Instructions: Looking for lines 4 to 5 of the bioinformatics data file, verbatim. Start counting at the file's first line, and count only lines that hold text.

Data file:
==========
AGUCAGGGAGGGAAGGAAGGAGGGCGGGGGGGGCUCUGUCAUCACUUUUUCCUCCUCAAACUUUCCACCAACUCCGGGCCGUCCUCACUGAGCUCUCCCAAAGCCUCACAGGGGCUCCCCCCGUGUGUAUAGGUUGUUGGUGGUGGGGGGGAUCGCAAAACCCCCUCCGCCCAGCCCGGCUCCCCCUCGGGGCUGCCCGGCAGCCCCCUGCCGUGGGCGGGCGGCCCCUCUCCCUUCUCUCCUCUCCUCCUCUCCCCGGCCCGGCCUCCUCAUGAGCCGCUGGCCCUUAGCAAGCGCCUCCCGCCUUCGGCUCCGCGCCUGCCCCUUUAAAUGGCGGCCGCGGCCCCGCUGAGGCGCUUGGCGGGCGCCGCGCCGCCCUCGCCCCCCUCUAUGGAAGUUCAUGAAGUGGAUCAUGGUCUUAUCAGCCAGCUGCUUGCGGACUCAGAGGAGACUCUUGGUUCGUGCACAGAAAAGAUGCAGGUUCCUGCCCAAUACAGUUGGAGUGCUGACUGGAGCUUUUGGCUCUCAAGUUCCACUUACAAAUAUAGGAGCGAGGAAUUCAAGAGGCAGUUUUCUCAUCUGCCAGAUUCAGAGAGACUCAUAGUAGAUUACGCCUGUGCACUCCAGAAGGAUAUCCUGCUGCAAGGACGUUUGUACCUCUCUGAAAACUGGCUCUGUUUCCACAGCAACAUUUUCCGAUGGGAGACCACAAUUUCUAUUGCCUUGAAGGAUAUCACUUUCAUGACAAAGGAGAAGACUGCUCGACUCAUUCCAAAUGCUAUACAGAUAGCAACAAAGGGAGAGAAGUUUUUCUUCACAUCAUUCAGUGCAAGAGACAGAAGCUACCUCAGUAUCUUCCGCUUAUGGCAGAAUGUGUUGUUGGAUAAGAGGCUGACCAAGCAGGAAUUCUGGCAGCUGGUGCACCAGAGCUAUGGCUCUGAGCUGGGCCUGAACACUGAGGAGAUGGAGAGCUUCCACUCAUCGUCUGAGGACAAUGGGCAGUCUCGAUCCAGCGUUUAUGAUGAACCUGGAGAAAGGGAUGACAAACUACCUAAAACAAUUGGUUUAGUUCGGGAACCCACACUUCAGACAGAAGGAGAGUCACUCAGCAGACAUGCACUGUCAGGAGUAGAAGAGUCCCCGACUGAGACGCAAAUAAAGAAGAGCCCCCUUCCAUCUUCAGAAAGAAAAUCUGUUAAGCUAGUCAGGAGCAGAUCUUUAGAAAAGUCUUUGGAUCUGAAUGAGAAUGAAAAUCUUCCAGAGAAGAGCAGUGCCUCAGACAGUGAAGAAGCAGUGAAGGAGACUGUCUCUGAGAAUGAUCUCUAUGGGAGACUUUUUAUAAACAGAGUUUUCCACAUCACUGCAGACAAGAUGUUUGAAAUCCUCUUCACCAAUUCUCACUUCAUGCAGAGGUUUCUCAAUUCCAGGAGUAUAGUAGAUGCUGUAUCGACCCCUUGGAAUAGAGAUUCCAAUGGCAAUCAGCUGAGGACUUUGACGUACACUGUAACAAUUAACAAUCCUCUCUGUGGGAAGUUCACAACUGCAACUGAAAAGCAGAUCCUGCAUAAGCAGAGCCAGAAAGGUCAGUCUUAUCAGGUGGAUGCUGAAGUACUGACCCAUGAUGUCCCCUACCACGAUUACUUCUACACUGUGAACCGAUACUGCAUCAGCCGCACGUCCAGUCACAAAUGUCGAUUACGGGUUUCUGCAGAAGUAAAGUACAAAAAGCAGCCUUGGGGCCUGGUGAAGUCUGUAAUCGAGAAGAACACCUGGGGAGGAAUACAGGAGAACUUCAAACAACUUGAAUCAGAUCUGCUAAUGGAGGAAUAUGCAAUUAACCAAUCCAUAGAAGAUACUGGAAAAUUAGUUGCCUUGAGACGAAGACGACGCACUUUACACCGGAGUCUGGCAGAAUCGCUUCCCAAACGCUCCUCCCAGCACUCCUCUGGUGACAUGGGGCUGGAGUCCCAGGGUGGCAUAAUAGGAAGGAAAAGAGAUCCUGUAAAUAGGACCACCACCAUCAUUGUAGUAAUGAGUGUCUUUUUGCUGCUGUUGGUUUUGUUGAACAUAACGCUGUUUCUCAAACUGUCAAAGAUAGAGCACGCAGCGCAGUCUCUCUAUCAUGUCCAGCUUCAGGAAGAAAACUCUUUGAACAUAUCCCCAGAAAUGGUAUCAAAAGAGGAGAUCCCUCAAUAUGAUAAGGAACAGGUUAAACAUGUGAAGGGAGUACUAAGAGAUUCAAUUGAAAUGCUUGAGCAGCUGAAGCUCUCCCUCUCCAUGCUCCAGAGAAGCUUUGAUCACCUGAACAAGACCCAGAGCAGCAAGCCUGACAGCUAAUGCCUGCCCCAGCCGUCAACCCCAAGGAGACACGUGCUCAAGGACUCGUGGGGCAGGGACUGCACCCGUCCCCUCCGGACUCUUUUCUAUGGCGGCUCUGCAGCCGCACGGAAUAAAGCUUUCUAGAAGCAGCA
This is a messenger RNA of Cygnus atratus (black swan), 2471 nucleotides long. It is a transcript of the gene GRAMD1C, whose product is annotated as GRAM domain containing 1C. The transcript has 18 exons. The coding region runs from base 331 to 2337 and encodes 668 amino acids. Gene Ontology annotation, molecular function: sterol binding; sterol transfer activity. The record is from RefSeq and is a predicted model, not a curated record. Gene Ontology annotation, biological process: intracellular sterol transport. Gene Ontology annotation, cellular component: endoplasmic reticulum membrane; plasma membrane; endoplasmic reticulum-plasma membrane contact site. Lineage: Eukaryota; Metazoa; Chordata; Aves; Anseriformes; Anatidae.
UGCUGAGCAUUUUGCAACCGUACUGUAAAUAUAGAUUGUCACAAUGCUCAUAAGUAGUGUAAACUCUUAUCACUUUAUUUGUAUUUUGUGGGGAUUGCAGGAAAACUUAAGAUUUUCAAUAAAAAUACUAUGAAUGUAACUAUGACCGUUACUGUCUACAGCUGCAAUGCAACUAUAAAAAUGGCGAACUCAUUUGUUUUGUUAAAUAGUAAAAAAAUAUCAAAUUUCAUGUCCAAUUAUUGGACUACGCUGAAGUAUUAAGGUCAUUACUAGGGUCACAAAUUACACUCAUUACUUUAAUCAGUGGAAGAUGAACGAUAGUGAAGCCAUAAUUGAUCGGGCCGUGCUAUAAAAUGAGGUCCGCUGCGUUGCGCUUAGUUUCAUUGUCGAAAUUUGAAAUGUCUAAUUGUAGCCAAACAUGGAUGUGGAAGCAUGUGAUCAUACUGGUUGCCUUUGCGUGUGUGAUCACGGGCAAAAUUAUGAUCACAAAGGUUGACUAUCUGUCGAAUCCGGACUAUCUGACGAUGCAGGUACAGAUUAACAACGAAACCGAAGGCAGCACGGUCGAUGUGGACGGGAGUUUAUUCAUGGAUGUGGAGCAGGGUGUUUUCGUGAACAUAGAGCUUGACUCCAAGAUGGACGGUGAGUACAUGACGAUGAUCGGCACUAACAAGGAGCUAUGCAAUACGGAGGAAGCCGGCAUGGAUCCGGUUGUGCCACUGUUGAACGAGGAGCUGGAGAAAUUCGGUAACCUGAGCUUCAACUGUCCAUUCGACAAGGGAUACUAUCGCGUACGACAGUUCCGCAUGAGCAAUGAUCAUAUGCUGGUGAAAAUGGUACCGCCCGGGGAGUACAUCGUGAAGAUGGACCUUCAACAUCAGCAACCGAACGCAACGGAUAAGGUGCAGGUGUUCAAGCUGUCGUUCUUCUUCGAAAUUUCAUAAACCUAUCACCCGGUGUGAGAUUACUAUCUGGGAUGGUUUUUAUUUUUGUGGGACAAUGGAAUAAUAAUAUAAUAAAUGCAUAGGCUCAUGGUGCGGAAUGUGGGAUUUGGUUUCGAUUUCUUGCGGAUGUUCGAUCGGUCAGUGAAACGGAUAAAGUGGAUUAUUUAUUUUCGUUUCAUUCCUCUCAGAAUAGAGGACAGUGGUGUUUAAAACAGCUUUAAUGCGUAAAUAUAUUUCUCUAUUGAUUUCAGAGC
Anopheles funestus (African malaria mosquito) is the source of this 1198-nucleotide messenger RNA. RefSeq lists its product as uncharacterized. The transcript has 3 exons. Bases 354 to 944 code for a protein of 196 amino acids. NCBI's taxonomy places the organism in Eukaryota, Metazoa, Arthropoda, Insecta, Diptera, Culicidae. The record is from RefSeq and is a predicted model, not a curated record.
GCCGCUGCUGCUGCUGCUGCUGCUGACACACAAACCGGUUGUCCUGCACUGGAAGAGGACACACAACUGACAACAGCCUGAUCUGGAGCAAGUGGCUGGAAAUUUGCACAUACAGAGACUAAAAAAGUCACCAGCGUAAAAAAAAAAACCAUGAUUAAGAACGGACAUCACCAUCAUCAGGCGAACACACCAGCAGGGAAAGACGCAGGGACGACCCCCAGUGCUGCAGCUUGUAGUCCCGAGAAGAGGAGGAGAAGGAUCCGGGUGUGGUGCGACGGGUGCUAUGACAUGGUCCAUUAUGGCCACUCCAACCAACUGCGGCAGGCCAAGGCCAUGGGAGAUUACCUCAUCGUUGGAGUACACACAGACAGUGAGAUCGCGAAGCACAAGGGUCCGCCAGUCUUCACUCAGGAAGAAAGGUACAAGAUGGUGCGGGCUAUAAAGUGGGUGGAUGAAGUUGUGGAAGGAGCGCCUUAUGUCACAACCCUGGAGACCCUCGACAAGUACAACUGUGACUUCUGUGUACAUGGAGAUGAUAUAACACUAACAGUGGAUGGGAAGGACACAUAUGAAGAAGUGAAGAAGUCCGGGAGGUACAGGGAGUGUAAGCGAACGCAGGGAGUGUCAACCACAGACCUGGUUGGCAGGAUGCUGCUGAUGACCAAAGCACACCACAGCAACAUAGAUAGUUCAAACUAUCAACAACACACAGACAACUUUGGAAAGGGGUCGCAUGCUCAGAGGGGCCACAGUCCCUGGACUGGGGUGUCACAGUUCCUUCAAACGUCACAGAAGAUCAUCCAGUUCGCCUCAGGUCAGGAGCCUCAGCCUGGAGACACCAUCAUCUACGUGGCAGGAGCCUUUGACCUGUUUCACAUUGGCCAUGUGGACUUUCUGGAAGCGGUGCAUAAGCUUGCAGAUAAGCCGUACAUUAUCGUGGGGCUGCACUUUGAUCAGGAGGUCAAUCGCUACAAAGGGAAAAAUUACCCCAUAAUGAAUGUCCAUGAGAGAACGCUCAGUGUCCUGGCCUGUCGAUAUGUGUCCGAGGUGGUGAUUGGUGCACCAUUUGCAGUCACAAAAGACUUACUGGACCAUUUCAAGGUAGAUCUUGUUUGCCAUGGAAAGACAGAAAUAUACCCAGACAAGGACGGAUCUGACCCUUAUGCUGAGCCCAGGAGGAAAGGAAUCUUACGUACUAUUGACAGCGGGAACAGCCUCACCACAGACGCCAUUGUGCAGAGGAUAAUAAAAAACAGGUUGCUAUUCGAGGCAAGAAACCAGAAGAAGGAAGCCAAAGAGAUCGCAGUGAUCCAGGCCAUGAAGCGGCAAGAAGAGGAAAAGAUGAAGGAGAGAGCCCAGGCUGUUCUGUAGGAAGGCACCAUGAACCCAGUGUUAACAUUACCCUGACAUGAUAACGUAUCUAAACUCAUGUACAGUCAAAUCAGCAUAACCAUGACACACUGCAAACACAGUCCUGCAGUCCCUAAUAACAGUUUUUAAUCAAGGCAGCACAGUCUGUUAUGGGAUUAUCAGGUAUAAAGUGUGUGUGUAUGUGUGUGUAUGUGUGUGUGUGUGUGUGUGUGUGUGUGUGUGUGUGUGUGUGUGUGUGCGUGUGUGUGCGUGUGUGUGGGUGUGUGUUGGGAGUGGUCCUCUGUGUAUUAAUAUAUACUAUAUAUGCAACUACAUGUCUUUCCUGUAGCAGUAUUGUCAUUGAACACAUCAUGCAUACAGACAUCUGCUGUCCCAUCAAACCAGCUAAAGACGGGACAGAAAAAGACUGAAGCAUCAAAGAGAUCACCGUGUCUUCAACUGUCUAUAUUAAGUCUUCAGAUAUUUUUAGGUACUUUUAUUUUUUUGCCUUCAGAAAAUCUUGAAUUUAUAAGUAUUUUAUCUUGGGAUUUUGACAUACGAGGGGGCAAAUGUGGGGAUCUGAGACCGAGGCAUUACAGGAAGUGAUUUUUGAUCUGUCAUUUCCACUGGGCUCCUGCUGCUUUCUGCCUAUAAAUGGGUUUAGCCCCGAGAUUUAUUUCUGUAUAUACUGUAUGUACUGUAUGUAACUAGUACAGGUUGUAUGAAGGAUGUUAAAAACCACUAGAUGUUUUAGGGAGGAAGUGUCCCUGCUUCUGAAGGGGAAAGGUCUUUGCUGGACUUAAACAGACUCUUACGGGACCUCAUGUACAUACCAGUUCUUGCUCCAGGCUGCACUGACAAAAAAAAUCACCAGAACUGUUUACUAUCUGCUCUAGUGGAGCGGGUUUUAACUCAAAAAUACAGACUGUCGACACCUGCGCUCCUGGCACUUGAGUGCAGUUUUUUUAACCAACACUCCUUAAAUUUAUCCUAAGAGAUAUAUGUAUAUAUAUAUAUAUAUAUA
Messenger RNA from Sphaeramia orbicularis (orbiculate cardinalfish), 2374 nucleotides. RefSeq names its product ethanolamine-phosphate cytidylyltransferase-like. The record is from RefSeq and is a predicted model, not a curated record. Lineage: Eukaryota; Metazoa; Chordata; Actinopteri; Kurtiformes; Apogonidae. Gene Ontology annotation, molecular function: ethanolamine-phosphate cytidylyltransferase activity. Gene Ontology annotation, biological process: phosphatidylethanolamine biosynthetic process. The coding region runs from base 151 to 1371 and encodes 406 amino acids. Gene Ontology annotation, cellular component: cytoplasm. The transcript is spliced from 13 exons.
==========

Anopheles funestus (African malaria mosquito) is the source of this 1198-nucleotide messenger RNA. RefSeq lists its product as uncharacterized. The transcript has 3 exons. Bases 354 to 944 code for a protein of 196 amino acids. NCBI's taxonomy places the organism in Eukaryota, Metazoa, Arthropoda, Insecta, Diptera, Culicidae. The record is from RefSeq and is a predicted model, not a curated record.
GCCGCUGCUGCUGCUGCUGCUGCUGACACACAAACCGGUUGUCCUGCACUGGAAGAGGACACACAACUGACAACAGCCUGAUCUGGAGCAAGUGGCUGGAAAUUUGCACAUACAGAGACUAAAAAAGUCACCAGCGUAAAAAAAAAAACCAUGAUUAAGAACGGACAUCACCAUCAUCAGGCGAACACACCAGCAGGGAAAGACGCAGGGACGACCCCCAGUGCUGCAGCUUGUAGUCCCGAGAAGAGGAGGAGAAGGAUCCGGGUGUGGUGCGACGGGUGCUAUGACAUGGUCCAUUAUGGCCACUCCAACCAACUGCGGCAGGCCAAGGCCAUGGGAGAUUACCUCAUCGUUGGAGUACACACAGACAGUGAGAUCGCGAAGCACAAGGGUCCGCCAGUCUUCACUCAGGAAGAAAGGUACAAGAUGGUGCGGGCUAUAAAGUGGGUGGAUGAAGUUGUGGAAGGAGCGCCUUAUGUCACAACCCUGGAGACCCUCGACAAGUACAACUGUGACUUCUGUGUACAUGGAGAUGAUAUAACACUAACAGUGGAUGGGAAGGACACAUAUGAAGAAGUGAAGAAGUCCGGGAGGUACAGGGAGUGUAAGCGAACGCAGGGAGUGUCAACCACAGACCUGGUUGGCAGGAUGCUGCUGAUGACCAAAGCACACCACAGCAACAUAGAUAGUUCAAACUAUCAACAACACACAGACAACUUUGGAAAGGGGUCGCAUGCUCAGAGGGGCCACAGUCCCUGGACUGGGGUGUCACAGUUCCUUCAAACGUCACAGAAGAUCAUCCAGUUCGCCUCAGGUCAGGAGCCUCAGCCUGGAGACACCAUCAUCUACGUGGCAGGAGCCUUUGACCUGUUUCACAUUGGCCAUGUGGACUUUCUGGAAGCGGUGCAUAAGCUUGCAGAUAAGCCGUACAUUAUCGUGGGGCUGCACUUUGAUCAGGAGGUCAAUCGCUACAAAGGGAAAAAUUACCCCAUAAUGAAUGUCCAUGAGAGAACGCUCAGUGUCCUGGCCUGUCGAUAUGUGUCCGAGGUGGUGAUUGGUGCACCAUUUGCAGUCACAAAAGACUUACUGGACCAUUUCAAGGUAGAUCUUGUUUGCCAUGGAAAGACAGAAAUAUACCCAGACAAGGACGGAUCUGACCCUUAUGCUGAGCCCAGGAGGAAAGGAAUCUUACGUACUAUUGACAGCGGGAACAGCCUCACCACAGACGCCAUUGUGCAGAGGAUAAUAAAAAACAGGUUGCUAUUCGAGGCAAGAAACCAGAAGAAGGAAGCCAAAGAGAUCGCAGUGAUCCAGGCCAUGAAGCGGCAAGAAGAGGAAAAGAUGAAGGAGAGAGCCCAGGCUGUUCUGUAGGAAGGCACCAUGAACCCAGUGUUAACAUUACCCUGACAUGAUAACGUAUCUAAACUCAUGUACAGUCAAAUCAGCAUAACCAUGACACACUGCAAACACAGUCCUGCAGUCCCUAAUAACAGUUUUUAAUCAAGGCAGCACAGUCUGUUAUGGGAUUAUCAGGUAUAAAGUGUGUGUGUAUGUGUGUGUAUGUGUGUGUGUGUGUGUGUGUGUGUGUGUGUGUGUGUGUGUGUGUGUGCGUGUGUGUGCGUGUGUGUGGGUGUGUGUUGGGAGUGGUCCUCUGUGUAUUAAUAUAUACUAUAUAUGCAACUACAUGUCUUUCCUGUAGCAGUAUUGUCAUUGAACACAUCAUGCAUACAGACAUCUGCUGUCCCAUCAAACCAGCUAAAGACGGGACAGAAAAAGACUGAAGCAUCAAAGAGAUCACCGUGUCUUCAACUGUCUAUAUUAAGUCUUCAGAUAUUUUUAGGUACUUUUAUUUUUUUGCCUUCAGAAAAUCUUGAAUUUAUAAGUAUUUUAUCUUGGGAUUUUGACAUACGAGGGGGCAAAUGUGGGGAUCUGAGACCGAGGCAUUACAGGAAGUGAUUUUUGAUCUGUCAUUUCCACUGGGCUCCUGCUGCUUUCUGCCUAUAAAUGGGUUUAGCCCCGAGAUUUAUUUCUGUAUAUACUGUAUGUACUGUAUGUAACUAGUACAGGUUGUAUGAAGGAUGUUAAAAACCACUAGAUGUUUUAGGGAGGAAGUGUCCCUGCUUCUGAAGGGGAAAGGUCUUUGCUGGACUUAAACAGACUCUUACGGGACCUCAUGUACAUACCAGUUCUUGCUCCAGGCUGCACUGACAAAAAAAAUCACCAGAACUGUUUACUAUCUGCUCUAGUGGAGCGGGUUUUAACUCAAAAAUACAGACUGUCGACACCUGCGCUCCUGGCACUUGAGUGCAGUUUUUUUAACCAACACUCCUUAAAUUUAUCCUAAGAGAUAUAUGUAUAUAUAUAUAUAUAUAUA